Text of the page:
So what does a Chris­t­ian spir­i­tu­al­i­ty of work look like? I can give only the barest essen­tials here. We have a sense of call­ing, a God-giv­en abil­i­ty to do a job linked with a God-giv­en enjoy­ment in doing it. We have a sense of respon­si­bil­i­ty to do some­thing in our own time that has val­ue. We have a sense of free­dom from the bur­den of the worka­holic, for we are not asked to do more than we can. We have a sense of cre­ativ­i­ty that enables us to place the auto­graph of our souls on the work of our hands. We have a sense of dig­ni­ty, for we val­ue peo­ple over effi­cien­cy. We have a sense of com­mu­ni­ty, for we know that our life togeth­er is more impor­tant than the end prod­uct. We have a sense of sol­i­dar­i­ty with the poor to empow­er them to do what they can­not do by them­selves. And we have a sense of mean­ing and pur­pose, for we know that we are work­ing in coop­er­a­tion with God to bring the world one step clos­er to completion. 

A third action comes through the recov­ery of mar­riage and fam­i­ly life. From prison Diet­rich Bon­ho­ef­fer wrote to his fiancée Maria, Our mar­riage shall be a yes to God’s earth; it shall strength­en our courage to act and accom­plish some­thing on the earth.” Bon­ho­ef­fer affirmed this in spite of the fact that his world — indeed, the whole world as it was then known — was crum­bling. We need Bonhoeffer’s courage. 

Mar­riage is covenan­tal. Mar­riage is no mar­riage at all if it is con­di­tion­al or par­tial or entered into with fin­gers crossed. It involves an uncal­cu­lat­ing aban­don, an utter and mutu­al out­pour­ing of love and loy­al­ty. It is a one flesh” real­i­ty in which the two become one func­tion­al whole, not unlike the way a com­put­er disk dri­ve and its disk form one func­tion­ing unit or the way a bow and arrow are essen­tial to each oth­er. And so a home is formed and chil­dren most nor­mal­ly follow.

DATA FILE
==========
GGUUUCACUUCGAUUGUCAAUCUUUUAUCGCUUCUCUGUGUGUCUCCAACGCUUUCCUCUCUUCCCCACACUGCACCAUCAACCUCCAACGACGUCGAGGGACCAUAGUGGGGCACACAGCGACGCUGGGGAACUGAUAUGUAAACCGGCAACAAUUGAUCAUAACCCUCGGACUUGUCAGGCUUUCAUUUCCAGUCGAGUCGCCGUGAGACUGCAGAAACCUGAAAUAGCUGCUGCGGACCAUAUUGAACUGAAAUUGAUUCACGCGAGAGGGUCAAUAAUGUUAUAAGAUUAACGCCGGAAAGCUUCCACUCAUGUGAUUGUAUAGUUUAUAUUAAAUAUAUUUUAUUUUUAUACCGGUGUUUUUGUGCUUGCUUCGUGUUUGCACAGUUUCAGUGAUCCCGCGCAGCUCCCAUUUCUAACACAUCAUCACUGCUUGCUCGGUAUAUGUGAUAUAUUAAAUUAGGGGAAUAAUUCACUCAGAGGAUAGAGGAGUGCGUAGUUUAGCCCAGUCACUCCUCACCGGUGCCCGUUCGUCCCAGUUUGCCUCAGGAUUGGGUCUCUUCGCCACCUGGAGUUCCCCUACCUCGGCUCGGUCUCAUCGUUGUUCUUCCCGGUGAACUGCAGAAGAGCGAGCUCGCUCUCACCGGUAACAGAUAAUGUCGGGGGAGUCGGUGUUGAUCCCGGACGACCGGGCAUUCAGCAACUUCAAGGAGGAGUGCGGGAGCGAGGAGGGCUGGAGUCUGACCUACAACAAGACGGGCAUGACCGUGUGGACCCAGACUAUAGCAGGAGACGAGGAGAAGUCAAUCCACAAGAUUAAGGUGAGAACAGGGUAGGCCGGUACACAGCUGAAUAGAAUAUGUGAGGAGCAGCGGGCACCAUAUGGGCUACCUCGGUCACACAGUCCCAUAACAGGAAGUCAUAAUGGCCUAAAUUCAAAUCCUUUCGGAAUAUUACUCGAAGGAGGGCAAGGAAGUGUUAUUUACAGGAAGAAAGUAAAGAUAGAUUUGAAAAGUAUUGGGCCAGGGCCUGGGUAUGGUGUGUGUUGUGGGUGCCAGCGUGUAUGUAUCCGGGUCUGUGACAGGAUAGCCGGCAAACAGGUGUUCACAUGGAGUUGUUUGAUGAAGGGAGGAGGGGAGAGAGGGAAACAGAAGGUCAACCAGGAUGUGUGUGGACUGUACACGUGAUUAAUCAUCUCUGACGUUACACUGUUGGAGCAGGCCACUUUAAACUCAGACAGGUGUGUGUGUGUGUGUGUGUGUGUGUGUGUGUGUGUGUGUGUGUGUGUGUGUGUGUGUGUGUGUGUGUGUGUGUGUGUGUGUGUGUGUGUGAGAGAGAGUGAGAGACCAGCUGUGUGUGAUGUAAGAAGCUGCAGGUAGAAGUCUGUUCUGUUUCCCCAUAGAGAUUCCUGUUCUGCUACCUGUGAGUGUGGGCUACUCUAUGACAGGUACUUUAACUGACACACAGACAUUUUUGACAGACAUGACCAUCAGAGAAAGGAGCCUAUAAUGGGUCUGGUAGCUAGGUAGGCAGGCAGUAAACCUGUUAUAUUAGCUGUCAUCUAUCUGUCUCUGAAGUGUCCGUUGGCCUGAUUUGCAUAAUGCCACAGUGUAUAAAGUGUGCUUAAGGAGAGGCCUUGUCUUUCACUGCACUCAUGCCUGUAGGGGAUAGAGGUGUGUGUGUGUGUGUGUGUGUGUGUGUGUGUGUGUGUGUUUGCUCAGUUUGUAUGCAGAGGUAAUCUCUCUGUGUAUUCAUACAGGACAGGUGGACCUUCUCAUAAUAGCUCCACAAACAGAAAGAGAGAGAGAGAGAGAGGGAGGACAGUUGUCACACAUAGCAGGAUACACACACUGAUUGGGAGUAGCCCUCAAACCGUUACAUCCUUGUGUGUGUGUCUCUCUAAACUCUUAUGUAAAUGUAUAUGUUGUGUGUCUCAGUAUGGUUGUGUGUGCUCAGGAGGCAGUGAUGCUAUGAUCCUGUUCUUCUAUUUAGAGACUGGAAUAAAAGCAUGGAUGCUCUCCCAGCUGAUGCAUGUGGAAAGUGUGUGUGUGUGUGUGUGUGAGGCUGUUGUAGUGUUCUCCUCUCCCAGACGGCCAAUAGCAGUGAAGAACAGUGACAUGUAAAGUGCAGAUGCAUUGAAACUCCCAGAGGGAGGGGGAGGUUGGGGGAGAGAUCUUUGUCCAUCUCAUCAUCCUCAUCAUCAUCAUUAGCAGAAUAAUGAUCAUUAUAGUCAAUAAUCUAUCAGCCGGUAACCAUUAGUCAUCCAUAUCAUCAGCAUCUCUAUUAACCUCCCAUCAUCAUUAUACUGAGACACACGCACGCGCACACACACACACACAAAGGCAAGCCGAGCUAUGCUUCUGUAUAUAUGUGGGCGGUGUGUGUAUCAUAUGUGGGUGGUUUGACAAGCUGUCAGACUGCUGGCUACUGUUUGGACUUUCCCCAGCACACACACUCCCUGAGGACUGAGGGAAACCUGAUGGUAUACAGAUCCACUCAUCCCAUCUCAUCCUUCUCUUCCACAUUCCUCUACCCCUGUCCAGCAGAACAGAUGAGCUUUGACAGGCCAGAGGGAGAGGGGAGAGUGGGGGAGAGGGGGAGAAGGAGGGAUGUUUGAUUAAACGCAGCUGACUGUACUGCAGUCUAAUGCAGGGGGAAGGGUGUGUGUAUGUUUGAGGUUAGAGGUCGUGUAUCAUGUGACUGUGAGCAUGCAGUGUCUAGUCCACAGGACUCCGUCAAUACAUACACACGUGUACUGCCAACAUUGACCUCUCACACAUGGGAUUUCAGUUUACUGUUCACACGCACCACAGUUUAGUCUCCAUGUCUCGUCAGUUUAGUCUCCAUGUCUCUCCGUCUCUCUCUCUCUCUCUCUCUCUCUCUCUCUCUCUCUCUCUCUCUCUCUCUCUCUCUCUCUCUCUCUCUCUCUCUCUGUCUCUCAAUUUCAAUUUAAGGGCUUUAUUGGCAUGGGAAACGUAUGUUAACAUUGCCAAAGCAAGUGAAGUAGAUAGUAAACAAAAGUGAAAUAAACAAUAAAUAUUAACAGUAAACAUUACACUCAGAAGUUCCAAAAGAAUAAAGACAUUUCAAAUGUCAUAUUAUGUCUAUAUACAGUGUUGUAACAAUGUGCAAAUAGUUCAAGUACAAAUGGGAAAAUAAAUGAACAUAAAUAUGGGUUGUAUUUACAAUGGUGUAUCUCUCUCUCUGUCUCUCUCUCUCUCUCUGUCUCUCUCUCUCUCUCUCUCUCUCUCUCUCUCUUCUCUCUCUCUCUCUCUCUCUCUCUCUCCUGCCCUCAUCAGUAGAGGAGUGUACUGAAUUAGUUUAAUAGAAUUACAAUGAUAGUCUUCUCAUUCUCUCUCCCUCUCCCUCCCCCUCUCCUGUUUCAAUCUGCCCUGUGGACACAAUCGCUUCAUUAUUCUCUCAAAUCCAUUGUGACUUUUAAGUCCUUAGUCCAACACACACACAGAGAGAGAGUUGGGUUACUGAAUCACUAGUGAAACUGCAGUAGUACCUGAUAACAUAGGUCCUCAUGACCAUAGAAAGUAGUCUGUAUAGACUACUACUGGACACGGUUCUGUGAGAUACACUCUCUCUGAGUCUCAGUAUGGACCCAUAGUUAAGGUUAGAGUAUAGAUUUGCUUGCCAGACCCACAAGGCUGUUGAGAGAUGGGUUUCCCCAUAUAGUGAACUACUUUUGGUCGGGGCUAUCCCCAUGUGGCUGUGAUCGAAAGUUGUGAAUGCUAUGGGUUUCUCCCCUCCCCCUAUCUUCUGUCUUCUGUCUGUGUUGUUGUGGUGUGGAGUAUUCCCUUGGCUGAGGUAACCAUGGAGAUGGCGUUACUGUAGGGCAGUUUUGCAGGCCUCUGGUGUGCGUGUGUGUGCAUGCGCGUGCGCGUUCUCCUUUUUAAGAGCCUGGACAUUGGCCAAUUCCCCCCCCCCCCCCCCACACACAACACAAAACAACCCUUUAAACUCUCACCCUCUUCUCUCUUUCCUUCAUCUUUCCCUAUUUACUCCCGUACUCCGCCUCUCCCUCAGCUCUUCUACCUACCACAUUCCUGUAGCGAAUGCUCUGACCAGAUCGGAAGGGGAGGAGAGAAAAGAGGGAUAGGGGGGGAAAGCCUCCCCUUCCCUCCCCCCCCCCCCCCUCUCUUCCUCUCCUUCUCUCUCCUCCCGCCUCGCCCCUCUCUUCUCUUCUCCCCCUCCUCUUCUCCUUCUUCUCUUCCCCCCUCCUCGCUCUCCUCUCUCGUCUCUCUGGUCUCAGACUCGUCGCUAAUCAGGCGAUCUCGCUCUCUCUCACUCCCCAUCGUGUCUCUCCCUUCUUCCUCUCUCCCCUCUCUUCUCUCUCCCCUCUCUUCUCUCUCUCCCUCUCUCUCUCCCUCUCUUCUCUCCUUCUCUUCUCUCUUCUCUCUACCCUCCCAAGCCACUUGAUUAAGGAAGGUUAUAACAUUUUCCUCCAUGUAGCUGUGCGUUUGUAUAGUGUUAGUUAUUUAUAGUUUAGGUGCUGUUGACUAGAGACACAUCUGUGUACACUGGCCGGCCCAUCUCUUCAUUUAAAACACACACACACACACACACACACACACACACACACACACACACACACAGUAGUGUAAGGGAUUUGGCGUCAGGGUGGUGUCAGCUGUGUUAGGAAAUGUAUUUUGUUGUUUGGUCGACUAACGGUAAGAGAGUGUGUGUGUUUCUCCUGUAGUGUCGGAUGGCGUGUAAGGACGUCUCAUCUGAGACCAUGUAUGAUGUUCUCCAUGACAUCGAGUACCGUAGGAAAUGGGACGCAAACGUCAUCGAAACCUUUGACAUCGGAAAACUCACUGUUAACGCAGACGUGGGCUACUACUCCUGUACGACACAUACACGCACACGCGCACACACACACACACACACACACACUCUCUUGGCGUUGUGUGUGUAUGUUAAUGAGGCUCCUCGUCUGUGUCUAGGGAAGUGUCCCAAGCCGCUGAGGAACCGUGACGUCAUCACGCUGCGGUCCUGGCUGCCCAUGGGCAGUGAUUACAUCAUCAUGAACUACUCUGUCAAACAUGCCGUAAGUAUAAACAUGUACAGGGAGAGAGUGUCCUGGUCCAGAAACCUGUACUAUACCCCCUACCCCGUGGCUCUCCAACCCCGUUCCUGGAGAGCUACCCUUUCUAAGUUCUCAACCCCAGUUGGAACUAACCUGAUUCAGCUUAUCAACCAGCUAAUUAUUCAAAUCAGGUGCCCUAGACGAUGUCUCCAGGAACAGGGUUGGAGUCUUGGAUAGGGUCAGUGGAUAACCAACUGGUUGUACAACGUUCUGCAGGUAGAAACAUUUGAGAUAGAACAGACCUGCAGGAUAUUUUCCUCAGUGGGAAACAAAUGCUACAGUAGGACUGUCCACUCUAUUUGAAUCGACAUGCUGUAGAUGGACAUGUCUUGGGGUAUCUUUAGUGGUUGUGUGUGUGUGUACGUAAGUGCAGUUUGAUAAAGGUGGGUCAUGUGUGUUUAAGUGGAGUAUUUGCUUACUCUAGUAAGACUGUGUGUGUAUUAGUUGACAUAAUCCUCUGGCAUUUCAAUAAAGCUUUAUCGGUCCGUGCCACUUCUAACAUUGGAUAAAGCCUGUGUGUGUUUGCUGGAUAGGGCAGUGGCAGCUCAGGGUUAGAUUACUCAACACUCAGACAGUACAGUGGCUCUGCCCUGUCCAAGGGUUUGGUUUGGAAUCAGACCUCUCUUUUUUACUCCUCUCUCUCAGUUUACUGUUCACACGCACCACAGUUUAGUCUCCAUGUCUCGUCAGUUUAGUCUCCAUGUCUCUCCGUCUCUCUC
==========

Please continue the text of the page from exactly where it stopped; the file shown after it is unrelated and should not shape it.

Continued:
Fam­i­ly life should be expressed in its full­ness in the home, because this is the place where the specif­i­cal­ly reli­gious dimen­sion and every­day life meet. The home is intrin­si­cal­ly a reli­gious insti­tu­tion, and the fam­i­ly table is the cen­ter of the home. The idea that a meal can be a sacred occa­sion is so deeply root­ed in many reli­gious tra­di­tions that it can­not be acci­den­tal or of pass­ing sig­nif­i­cance. The Jew­ish Passover and the Chris­t­ian Love Feast are among the more famil­iar exam­ples of sacred meals. Of spe­cial sig­nif­i­cance for us is the fact that in the Gospel accounts the risen Christ was rec­og­nized by his dis­ci­ples at the moment they began shar­ing in an ordi­nary meal (Luke 24:31 – 35). This leads to the hope that every com­mon meal may be, if we are suf­fi­cient­ly sen­si­tive, a time when we are con­scious of the real pres­ence of our risen Lord. 

Com­mon labor too should be found in the home. Our grand­par­ents’ farm­house was large because it was far more than a place to eat and sleep: it was a place to work. In the past the home was a work­shop, a school, a church, and a club all rolled into one. True, those days are gone for­ev­er, but it is still pos­si­ble to dis­cov­er work togeth­er in the home. Floors need clean­ing and win­dows need wash­ing. In addi­tion, mod­ern com­put­er tech­nol­o­gy makes cot­tage indus­tries once again a gen­uine pos­si­bil­i­ty. It is worth our best think­ing and most cre­ative efforts to make the home not just a room­ing house, but the cen­ter of fam­i­ly life, the place for work and wor­ship and play and love-making. 

Excerpt­ed from Streams of Liv­ing Water by Richard J. Fos­ter, pub­lished by Harper­One. Copy­right Richard J. Fos­ter. Used with permission.

Text First Published October 1998

📚 The 2022 – 23 Ren­o­varé Book Club

This year’s nine-month, soul-shap­ing jour­ney fea­tures four books, old and new, prayer­ful­ly curat­ed by Ren­o­varé. Now under­way and there’s still time to join.